John Podesta’s fingerprints are all over the White House agenda just three weeks into his tenure.
The White House has focused on income inequality and executive action since President Obama’s new adviser came on at the beginning of the year — demonstrating a singlemindedness often missing during a rocky 2013.
Keeping Democrats excited and confident in Obama this year is vital to Democratic hopes of retaining the Senate in the midterms, where voter turnout is often the difference between winning and losing.
One former senior administration official said the White House “has got to be worried about the notion of a six-year itch.” Only 31 percent of Democrats strongly approved of Obama in a recent Reuters poll.
“The base has been rattled by ObamaCare and disturbed by the NSA,” the official said, adding that Podesta will “be a key part of an agenda that will get the party excited again.”
“He’ll be valuable towards keeping the base activated and keeping the party feeling good about the White House.”
A senior White House official said Podesta has been toiling on two specific issue areas: an examination of the way the administration can use executive action to set climate policy, and work on privacy issues that have arisen out of controversy over National Security Agency surveillance programs.
Both climate change and government surveillance are thorny issues that resonate within the liberal base.
Podesta wrote a letter to environmental groups last week voicing surprise that they would question the president’s energy strategy, and vowing “significant work” on climate change throughout the rest of his second term. Obama also tapped Podesta to lead a study into the risks of bulk data collection by the government and private corporations.
Meanwhile, the White House has been focused sharply on economic messaging, and has held a relentless schedule of events on economic mobility ahead of the Jan. 28 State of the Union address.
It has also signaled a new effort in which Obama will use his “pen and phone” to advance his policies when Congress has declined to do his bidding.
Both the economic focus and the use of executive actions are hallmarks of Podesta’s time as former President Clinton’s chief of staff in his second term.
After Republicans took control of Congress in 1994, Clinton used his executive authorities to implement environmental protections for federal lands, institute medical privacy protections and create “welfare to work” partnerships with private businesses. Despite the lurid details of the Monica Lewinsky scandal, Clinton left with the highest approval rating of any president since World War II.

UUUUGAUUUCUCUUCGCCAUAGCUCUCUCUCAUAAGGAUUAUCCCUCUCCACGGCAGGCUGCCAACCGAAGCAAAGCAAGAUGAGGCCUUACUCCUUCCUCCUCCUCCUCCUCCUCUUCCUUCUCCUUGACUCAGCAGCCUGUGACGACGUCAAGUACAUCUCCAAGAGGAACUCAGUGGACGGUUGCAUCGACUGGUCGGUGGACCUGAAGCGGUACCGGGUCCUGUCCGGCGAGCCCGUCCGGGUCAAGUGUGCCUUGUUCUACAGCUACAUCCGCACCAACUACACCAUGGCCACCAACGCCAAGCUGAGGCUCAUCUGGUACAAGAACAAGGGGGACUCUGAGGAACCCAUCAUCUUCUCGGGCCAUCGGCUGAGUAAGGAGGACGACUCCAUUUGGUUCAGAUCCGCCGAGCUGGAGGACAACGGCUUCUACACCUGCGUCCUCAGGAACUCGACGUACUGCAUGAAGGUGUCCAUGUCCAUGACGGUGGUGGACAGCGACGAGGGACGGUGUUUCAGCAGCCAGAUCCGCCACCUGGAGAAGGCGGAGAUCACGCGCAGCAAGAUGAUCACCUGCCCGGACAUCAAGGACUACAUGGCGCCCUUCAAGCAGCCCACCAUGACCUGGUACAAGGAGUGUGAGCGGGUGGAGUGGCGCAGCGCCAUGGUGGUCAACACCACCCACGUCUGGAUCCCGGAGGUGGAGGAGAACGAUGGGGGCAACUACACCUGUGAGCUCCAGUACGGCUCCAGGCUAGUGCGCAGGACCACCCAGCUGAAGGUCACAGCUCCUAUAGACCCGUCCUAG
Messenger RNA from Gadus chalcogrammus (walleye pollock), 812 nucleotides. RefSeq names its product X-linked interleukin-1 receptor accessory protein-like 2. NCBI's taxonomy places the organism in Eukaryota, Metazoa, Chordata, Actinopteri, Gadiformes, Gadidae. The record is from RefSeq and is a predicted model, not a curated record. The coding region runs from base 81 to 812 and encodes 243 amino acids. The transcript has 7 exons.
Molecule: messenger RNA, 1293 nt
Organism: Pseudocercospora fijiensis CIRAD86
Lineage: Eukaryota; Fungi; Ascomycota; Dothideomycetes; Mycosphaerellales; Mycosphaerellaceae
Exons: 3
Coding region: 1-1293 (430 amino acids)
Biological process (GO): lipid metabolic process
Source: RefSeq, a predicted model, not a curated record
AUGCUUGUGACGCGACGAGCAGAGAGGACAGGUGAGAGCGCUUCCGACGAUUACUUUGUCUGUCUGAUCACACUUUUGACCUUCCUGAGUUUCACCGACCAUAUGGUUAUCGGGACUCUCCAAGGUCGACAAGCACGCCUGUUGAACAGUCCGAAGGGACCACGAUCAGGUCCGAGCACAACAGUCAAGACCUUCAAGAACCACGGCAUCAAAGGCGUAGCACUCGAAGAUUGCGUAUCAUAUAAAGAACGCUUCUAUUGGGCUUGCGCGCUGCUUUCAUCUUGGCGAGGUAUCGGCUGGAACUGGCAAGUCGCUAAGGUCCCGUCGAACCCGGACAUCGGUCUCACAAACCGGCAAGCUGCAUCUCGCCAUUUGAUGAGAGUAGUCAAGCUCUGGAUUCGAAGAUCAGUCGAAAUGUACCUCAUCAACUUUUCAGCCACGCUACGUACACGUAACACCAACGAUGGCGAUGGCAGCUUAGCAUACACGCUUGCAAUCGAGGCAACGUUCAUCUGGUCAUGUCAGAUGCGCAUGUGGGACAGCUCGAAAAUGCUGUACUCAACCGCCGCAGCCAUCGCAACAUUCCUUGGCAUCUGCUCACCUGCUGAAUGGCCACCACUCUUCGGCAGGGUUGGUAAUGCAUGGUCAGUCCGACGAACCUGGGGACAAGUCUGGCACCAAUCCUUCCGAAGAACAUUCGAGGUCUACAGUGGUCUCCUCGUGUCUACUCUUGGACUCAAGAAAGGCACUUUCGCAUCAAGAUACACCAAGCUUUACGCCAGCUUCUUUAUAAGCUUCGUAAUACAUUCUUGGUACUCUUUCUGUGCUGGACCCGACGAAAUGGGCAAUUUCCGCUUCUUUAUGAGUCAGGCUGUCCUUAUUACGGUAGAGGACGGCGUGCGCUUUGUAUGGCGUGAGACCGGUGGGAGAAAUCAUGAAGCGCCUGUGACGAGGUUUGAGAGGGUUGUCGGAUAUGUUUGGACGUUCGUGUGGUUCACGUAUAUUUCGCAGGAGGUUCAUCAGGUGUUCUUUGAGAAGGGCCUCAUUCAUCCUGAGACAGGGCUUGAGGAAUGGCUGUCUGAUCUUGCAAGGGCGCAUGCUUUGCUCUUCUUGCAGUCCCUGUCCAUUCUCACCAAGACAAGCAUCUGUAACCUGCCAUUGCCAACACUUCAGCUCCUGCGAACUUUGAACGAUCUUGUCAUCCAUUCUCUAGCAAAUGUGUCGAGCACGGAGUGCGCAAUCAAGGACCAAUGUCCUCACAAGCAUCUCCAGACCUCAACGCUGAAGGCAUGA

Podesta has long argued that executive actions provide a dual benefit, both rallying the base through policy victories and creating a perception of momentum and snowballing accomplishments.
“Progress, not positioning, is what the public wants and deserves,” Podesta wrote shortly after the 2010 midterm elections — a disaster for Obama.
“One of John’s main focuses is figuring out how they can have a focused program on using all aspects of the federal government and government agencies to get things done,” said former top Democratic staffer Steve Elmendorf. “He’s an incredibly experienced guy, and can also be a convener of the private sector to get them engaged in doing more.”
Last week, Obama announced a public-private manufacturing institute in North Carolina and announced pledges from universities and nonprofits to help low-income students. Former colleagues of Podesta said he sees value in presidential trips outside of Washington — especially when he can highlight concrete accomplishments, and do so in states where Democratic candidates have tough reelection fights.
“He understands the office of the presidency and the limits and opportunities of presidential authority perhaps better than any other living person,” said Loretta Ucelli, the White House director of communications when Podesta served as chief of staff.
White House allies also say that Podesta, along with a wave of other new hires to top White House positions, has injected new life into a staff exhausted by the battles of 2013.
“He has the ball-breaking skills of Rahm Emanuel and the policy chops that come with running [the Center for American Progress],” said one senior administration official. “That’s an insanely good combo for the White House.”
Tad Devine, a Democratic strategist who met last week with Podesta and White House chief of staff Denis McDonough, said the White House is “very anxious to have a strong year and to have a strong a second term as possible.”